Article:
“This was not some perfectly adapted strain, this was a virus that has got a lot better at infecting humans and transmitting between humans since it arrived. We know this because we’ve seen it adapt since early on, and the rise of further variants in the past year.”
For scientists to be really convinced that the pandemic was started by a lab leak, Wertheim says there would need to be concrete evidence that the Wuhan lab had been holding a virus which matched the genetic sequence of Sars-CoV-2 partially or in full, or epidemiological data connecting some of the earliest transmission clusters to the institute.
But proving the opposite theory – that Sars-CoV-2 spilled over from the wild – is just as hard. Both the Sars and Mers outbreaks, caused by similar coronaviruses, were traced back to intermediary animal hosts – palm civets in the case of SARS, and dromedary camels in the case of Mers – which were in close contact with humans, helping the virus cross the animal-human barrier. However, while tens of thousands of animals have been tested over the past eighteen months, the search for the intermediary host of SARS-CoV-2 has been an elusive one so far.
Again, evidence has emerged that China has hindered efforts on this front.
While data given to the WHO from the Chinese government suggested that only snakes, crocodiles and salamanders were being sold live in Wuhan’s wet markets, a new paper published last month revealed that in reality, 38 different species – from civet cats to raccoon dogs – were being sold between May 2017 and November 2019.
“Those animals were never disclosed to the WHO in their investigation,” says Wertheim. “So there was never the opportunity to test the most relevant animals.”
Chan believes that one of the reasons why crucial information has been withheld is because China is trying to push its own narrative of how the pandemic began.
“China has its own preferred origin scenarios,” she says.
“These involve either the virus emerging from frozen meat, or emerging in multiple countries at the same time. Neither one of these is either scientifically plausible I think, but it does move the blame outside of China.”
But while such political sensitivities have obscured the quest to solve the mystery of how COVID-19 began, scientists have made some progress when it comes to determining when exactly the pandemic started. Knowing this time frame is crucial to pinpointing where and how the virus emerged in humans, whether from animals or the Wuhan lab.
Last month, one scientist managed to reconstruct the 13 genome sequences which were deleted by the Wuhan lab early on in the pandemic, after discovering that the removed files were still stored in Google Cloud.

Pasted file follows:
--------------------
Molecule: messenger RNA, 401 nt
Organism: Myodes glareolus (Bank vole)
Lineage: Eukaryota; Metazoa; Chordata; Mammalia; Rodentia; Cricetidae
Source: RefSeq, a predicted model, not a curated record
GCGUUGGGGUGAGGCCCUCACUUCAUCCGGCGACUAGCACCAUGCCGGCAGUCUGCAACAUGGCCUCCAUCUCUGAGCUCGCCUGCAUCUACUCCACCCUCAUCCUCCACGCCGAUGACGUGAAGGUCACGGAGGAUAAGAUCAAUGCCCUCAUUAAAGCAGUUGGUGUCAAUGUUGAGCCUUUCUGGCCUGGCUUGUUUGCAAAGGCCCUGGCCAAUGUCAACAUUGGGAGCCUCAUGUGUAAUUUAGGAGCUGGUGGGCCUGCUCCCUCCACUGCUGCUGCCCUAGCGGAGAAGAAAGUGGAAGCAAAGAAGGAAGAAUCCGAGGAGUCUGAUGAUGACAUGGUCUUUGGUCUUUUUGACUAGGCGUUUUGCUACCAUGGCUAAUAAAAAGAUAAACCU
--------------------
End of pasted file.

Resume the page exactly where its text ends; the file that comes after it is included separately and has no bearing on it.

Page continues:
His analysis – which has not been released in a peer-reviewed journal – provided evidence to suggest that COVID-19 actually began in October or even earlier.
“I wouldn’t be surprised if we get more data which pushes it back a few months before that,” says Sergei Pond, a biology professor at Temple University in Pennsylvania who has also been studying some of the earliest Sars-CoV-2 genetic sequences.
“And that’s always true for every epidemic, because by the time we realise that something’s wrong, it’s been going on for several months.”
But there is a limit to how much such forensic analysis can tell us. If we are ever to truly understand the origins of COVID-19, some major new revelations would be required. Because China is unlikely to cooperate with the rest of the world anytime soon when it comes to vital data-sharing, some scientists have already accepted that it is likely to be a mystery that is never solved.
“My personal view is that we will not have a full consensus on the origin of it all,” says Pond. “You’re going to have people that continue to insist that it was a lab release, but you can’t prove that definitively without eyewitness testimony or documentation, and it’s hard to imagine that even existing, let alone getting into the public domain. So I think we just have to continue with the assumption that this is a spillover from the wild.”
However, Chan believes that if China is hiding some dark secrets about how COVID-19 began, they will ultimately come to light in years to come, once the immediate crisis has subsided, and it becomes safer for any potential whistle-blowers to talk.
“At the moment, anyone who knows any secret information will be too worried to speak,” she says.
“But when time passes, it becomes safer for people to come and say something about what actually happened.”